Heavyweight decided to do the “Mountain Dew and breakfast sandwich” challenge, and amuse himself by watching the rest of us eat a half gallon. He didn’t know it yet, but he’d wind up doing the chocolate milk half-gallon challenge himself! (He did finish one container of the chocolate milk.)


By the time we finished looking through the museum, we felt good enough to keep hiking. Before leaving, I bought a Coke at the general store (strangely, ice cream doesn’t really help eliminate thirst!) and an 8-pound bag of ice. It was a hot day and I wanted a bunch of ice to play with. =) I put some in a handkerchief under my hat to keep my head cool, and the rest I threw on my back for later. It would melt and drip down my back and pants, but I was okay with that because it felt nice. My biggest challenge was just getting the bag of ice to stay on my back. It didn’t fit inside my pack, and there wasn’t anywhere outside of the pack readily available to store it. I managed to tuck it in between my pack and my back, but it would fall out every 15 minutes or so and I’d have to wiggle it back in there.


The ice lasted for four or so hours before the last of it melted away. I drank a lot of cold ice water and kept ice under my hat the whole time. I also offered it to any other hikers that wanted some. (A couple of them took me up on the offer and put ice cubes under their hats.)


I was generally doing pretty well throughout the day despite having eaten that half gallon of ice cream, but as soon as the last of the ice melted, the trail became very hot and difficult. I struggled to get up the hills and started overheating almost the minute the last of the ice melted. Those last couple of hours into the Alec Kennedy Shelter were the toughest of the day for me, and I blame that on running out of ice. Until then, I’d been doing great!


Memorial Day weekend had finally come to an end (today was Tuesday) so we expected the number of hikers in the shelter to fall dramatically, but at the end of the day, it was just three of us at the shelter: Heavyweight, Superman and myself. Nobody else ever showed up that night, which we all agreed seemed pretty weird. Where did all of the other thru-hikers go?!


Superman is apparently losing his hand-eye coordination as well. He missed his mouth with the last bite!


I continue making progress, slow but steady wins the race!


Peter Pan enjoys a bit of expired chocolate milk.


The ice cream is wearing me down! Actually, I have to admit, this photo was somewhat staged. I had been leaning back in my chair taking small bites at a time and the ridgerunner said I didn’t look like I was hurting at all. Just relaxing and playing it cool. I felt like crap, though, so I hunched over my ice cream with my head in my hand to make it look like I actually felt. =)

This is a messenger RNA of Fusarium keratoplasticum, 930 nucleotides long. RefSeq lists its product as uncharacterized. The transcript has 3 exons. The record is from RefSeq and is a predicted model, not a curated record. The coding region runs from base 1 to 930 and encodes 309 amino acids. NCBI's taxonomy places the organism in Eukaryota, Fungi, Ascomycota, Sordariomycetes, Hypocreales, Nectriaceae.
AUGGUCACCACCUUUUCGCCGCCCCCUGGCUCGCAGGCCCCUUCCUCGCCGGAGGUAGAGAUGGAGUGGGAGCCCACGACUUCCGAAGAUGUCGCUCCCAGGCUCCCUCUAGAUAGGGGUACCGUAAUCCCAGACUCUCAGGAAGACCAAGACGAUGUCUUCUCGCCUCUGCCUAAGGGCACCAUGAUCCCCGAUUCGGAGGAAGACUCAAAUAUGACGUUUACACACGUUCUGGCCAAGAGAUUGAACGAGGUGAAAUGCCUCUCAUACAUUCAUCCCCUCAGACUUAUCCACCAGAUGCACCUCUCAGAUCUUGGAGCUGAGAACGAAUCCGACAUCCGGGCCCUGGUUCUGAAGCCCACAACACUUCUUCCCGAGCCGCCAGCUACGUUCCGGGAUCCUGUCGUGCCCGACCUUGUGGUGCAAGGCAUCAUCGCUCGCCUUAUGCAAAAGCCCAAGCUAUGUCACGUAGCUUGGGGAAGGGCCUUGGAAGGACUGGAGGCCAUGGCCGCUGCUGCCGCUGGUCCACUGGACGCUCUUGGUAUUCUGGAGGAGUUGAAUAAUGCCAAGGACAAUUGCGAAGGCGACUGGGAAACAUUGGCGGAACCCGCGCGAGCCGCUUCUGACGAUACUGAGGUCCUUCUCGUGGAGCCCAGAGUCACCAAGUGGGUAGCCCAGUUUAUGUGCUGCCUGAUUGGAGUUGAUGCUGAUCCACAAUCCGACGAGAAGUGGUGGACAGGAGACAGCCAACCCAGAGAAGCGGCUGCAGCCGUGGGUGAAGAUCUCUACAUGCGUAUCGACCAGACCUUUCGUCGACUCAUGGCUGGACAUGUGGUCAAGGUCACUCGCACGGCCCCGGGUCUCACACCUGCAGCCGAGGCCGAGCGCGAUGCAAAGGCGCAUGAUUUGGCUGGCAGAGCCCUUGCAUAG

After I finished the 1.5 quarts of ice cream, I still had one more pint left to get down!


And I’ve finally won! Half-gallon challenge victory!


My reward for winning the challenge? This stupid little wooden ice cream spoon—but I’ll treasure it forever! I worked for that spoon, man! I earned it!


The world’s only Appalachian Trail museum resides in this building.


Inside, they had this sign from Katahdin. It’s actually the same sign that was on Katahdin when I finished my first thru-hike in 2003. The sign (clearly) wears out over time and has to be replaced periodically. When this one was replaced, it went into the museum.


See? It’s the exact same sign—back at the end of my 2003 thru-hike. It was in much better condition then! If I recall, the sign got replaced in 2010.


Pine Grove Furnace State Park is named such because they used to use these cold-blast furnaces to make iron.


The only thing I need now on this very hot day is an 8-pound bag of ice and a Coke. =)


I never did find a good way to carry the bag of ice, but you can see me trying to carry it here!




The camo on these toads is amazing! I wouldn’t see them unless they jumped!








This section is called the “Rock Maze” because the trail runs through these rocks.


Yep, up and over those rocks!




Unknown said...

I don't think I could have finished that ice cream challenge.. even though I adore ice cream and hardly ever get to eat it... I hope Superman didn't have to use his epi-pen - but I'm the same way about pecans.. if i just eat a few.. they won't affect me (wrong) and i do adore pecan pie also..

Karolina said...

I am wondering whether you hurt as much as me afte the epic pigging out in Vizzavona and Ajaccio! ;p